The McLaren 720s. Courtesy of McLaren

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McLaren Continues to Intrigue by Turning the Idea of Tradition on Its Head

Heritage is an interesting thing. The idea that something has been tried and tested, and endured through the years, makes it highly valuable. On the other hand, all that nostalgia can prove to be a hindrance when trying to remain relevant in today’s fickle world, where everyone is clamoring for the next big trend.

For automakers, the trick is finding a way to take the most exciting elements of that history and craft them into something that will keep people intrigued years down the road. British brand McLaren has taken special notice of this in converting the company’s 50 years of racing heritage into a lineup of bona fide supercars. 

Since launching its automotive division in 2010, McLaren has fused 30 years of groundbreaking work in carbon fiber production with a slew of modern technologies. 

The most intriguing convergence of McLaren’s racing heritage and next-gen ideas is embodied in the limited-edition McLaren Senna. Touted as the most “extreme” road-legal track car ever built, the nearly 800-horsepower Senna encompasses everything that has come to define McLaren, spanning from the company’s super high-tech, hydraulic suspension system, to the car’s jaw-dropping, aerodynamic design cues. 

The final model of the 500 limited-edition Sennas sold for a whopping $2.6 million at a charity auction in 2017, just three days after the car was first revealed, which further solidified McLaren as a true contender in the world of supercars. But Tony Joseph, president of McLaren North America, explains the road to successfully transforming McLaren’s racing heritage into a competitive car company in the U.S. has required more than simply rolling out a hot model like the Senna.
“We’re the only company that’s ever won the crown jewel in all four-racing series—the Le Mans, Can Am, Indy 500 and F1. So, we do have a strong history in racing and performance, but we’re also building a brand because the automotive side of the company is essentially new,” Joseph tells Playboy. “In the U.S., a lot of people weren’t aware of the racing heritage as they were in other parts of the world. When we first started talking about the car, we realized that it was more kids who knew about the car than anybody else…because of video games.”

To help further position its automotive arm, McLaren, which was founded in 1963 by New Zealander Bruce McLaren, has relied heavily on lifestyle events like the prestigious Pebble Beach Concours d’Elegance, which Joseph says has played a major role in helping to connect the brand with car lovers. In May, Jennifer Lopez posted a boomerang to her Instagram teasing her music video for "Dinero," in which she tags the McLaren with spray paint; the IG video has since racked up nearly 6 million views, exposing the brand to an entirely different consumer base. The McLaren brand has also proven to be quite the attention-getter on the street, which we gathered during recent test drives of the McLaren 570S Spider and 720S. Both models had passer-byes scrambling to snap a cell phone pic or racing up to ask us questions about the vehicle.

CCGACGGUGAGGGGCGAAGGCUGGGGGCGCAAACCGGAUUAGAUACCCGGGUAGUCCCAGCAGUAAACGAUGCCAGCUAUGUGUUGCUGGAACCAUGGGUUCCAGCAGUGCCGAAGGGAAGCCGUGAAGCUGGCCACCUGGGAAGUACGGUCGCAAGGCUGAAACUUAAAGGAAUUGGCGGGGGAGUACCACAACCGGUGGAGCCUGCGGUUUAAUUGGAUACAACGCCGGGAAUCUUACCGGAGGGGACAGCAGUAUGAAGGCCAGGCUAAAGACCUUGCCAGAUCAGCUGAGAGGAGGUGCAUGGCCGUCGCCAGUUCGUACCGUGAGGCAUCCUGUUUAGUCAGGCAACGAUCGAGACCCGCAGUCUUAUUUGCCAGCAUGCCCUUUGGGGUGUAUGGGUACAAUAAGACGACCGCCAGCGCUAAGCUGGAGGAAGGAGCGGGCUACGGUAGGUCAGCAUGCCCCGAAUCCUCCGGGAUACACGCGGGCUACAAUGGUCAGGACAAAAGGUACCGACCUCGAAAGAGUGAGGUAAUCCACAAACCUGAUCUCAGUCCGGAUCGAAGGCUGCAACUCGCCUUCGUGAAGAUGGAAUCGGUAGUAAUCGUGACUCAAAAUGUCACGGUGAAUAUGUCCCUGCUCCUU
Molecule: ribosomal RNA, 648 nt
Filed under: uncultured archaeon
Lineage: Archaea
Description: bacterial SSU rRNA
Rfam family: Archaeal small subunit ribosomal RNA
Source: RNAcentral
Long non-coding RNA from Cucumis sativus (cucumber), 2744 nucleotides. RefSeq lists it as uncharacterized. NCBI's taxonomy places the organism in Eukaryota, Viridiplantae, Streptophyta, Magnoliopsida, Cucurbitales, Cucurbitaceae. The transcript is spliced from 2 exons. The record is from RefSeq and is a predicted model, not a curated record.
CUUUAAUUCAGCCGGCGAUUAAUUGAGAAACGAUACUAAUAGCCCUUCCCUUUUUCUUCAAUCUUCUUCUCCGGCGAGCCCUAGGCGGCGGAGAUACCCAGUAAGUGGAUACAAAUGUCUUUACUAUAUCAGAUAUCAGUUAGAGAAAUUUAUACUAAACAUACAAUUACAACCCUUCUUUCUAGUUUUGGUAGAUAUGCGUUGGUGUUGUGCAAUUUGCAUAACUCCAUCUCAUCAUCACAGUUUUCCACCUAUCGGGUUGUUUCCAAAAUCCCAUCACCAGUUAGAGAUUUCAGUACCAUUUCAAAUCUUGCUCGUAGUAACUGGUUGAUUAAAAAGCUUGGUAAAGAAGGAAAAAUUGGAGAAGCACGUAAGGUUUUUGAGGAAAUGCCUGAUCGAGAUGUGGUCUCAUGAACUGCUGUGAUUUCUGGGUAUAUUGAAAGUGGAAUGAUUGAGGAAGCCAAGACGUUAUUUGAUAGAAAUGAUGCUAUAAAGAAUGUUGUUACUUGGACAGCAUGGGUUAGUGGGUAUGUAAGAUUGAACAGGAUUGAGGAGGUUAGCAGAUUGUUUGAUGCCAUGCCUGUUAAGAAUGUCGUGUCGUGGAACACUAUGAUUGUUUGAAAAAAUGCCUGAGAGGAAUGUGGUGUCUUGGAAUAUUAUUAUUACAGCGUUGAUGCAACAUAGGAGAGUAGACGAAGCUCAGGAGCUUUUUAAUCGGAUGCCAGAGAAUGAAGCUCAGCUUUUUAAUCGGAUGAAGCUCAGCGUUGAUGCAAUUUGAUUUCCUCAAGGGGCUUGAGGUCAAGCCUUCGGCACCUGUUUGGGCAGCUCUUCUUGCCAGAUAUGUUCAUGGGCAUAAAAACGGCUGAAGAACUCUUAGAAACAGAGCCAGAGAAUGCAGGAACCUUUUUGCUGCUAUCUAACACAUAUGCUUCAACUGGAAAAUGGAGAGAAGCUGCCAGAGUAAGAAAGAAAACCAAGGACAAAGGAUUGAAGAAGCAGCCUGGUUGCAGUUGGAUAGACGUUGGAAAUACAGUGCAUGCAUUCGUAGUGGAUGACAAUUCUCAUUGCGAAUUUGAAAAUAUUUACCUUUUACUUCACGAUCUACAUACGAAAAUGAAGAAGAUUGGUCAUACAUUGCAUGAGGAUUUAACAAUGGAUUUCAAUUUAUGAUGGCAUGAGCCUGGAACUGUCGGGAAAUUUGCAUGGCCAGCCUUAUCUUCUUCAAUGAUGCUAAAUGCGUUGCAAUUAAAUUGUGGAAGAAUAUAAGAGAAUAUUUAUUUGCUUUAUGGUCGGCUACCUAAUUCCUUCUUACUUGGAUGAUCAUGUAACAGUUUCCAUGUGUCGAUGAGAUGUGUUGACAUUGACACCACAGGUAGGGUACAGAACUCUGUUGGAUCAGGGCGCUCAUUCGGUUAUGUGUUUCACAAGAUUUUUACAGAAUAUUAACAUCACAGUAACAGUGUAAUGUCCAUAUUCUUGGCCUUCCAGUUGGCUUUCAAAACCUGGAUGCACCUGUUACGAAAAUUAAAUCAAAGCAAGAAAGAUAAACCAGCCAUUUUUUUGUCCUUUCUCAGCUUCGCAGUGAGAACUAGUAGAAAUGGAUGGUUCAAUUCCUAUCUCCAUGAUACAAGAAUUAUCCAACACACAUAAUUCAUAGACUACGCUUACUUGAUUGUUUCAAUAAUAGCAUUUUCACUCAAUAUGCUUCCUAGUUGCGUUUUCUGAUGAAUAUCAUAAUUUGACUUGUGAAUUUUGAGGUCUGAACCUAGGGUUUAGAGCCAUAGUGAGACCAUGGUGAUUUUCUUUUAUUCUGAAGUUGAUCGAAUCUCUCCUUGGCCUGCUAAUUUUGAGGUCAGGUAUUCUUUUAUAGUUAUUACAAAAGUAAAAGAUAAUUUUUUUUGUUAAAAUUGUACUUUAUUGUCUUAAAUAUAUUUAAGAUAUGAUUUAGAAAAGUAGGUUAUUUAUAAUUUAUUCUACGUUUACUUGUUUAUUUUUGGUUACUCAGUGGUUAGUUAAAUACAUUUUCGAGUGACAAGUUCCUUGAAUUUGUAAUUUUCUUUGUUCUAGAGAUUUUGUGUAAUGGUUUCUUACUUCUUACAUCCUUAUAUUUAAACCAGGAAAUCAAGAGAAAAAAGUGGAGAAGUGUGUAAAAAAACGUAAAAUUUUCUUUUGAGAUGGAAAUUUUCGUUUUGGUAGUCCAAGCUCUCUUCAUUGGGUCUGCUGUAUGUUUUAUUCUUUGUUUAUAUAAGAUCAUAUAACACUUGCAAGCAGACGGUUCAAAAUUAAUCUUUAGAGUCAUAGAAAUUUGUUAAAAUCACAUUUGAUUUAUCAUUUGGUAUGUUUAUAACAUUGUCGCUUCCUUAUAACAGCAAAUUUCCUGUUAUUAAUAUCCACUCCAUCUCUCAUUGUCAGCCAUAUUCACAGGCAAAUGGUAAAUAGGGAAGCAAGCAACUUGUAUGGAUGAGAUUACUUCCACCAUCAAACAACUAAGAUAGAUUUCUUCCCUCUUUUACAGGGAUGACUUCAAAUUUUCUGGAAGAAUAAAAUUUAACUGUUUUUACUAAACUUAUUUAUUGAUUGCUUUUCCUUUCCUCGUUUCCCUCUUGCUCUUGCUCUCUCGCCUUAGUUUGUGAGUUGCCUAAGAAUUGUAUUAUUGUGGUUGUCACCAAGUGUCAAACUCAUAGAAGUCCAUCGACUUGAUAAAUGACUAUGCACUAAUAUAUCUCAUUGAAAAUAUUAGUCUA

Then again, it’s kind of hard not to be star-struck when you first lay eyes on the low, wide-body profile of a drop-top car like the McLaren 570S, with that swooping shark-like front fascia. Still, nothing captures the true essence of McLaren’s transformation as a brand like having a chance to wheel the 710-horsepower, adrenaline-rushing 720S.

The most mind-blowing thing about the new lineup of McLarens is how surprisingly comfortable the cars feel on the road, and how easy they are to drive. It’s a sharp detour from the kind of ride experience typically associated with supercars, which tends to make the vehicles more of a chore to drive once the novelty of all those gawking onlookers wears off. (I’ve often wondered if there’s some secret mode of operation in the kingdom of supercars to make the vehicles as intimidating as possible to ward off mere mortals like myself, in the event we should ever strike gold and want to buy one.)

The dread often associated with driving a supercar as a normal road car, regardless of how alluring the idea might seem, is something that McLaren has worked meticulously on changing when it comes to their vehicles, appealing to consumers who might be new to the segment.
“If you want to go on a track, you can go on a track. If you want an everyday car, you can use it as an everyday car,” says Joseph, speaking of the functionality of the McLaren. “You have some cars that are fun to drive for some periods of time. Our car is fun to drive for all periods of time,” he says. “With some of the other performance cars, you’ll see an average of 1,200 to 1,500 miles a year that customers drive their cars. Our average customer, from the very beginning, was driving over 3,500 [miles] a year.”

In the future, McLaren will look to build on that everyday appeal even more, debuting 12 new cars by 2022 as part of a billion-dollar product investment strategy, with a half of the models being powered by hybrid and electric technology. Research engineers at the state-of-the-art McLaren Technology Centre (MTC), in Woking, England, are already busy working on the development of a prototype for a fully electric powertrain that could be used in a future generation of a McLaren “Ultimate Series” supercar.

“We want to be the iconic sports car brand that offers something for everyone in that segment,” says Joseph. “That’s our aspiration…and I think we’ve achieved that to a large extent.”

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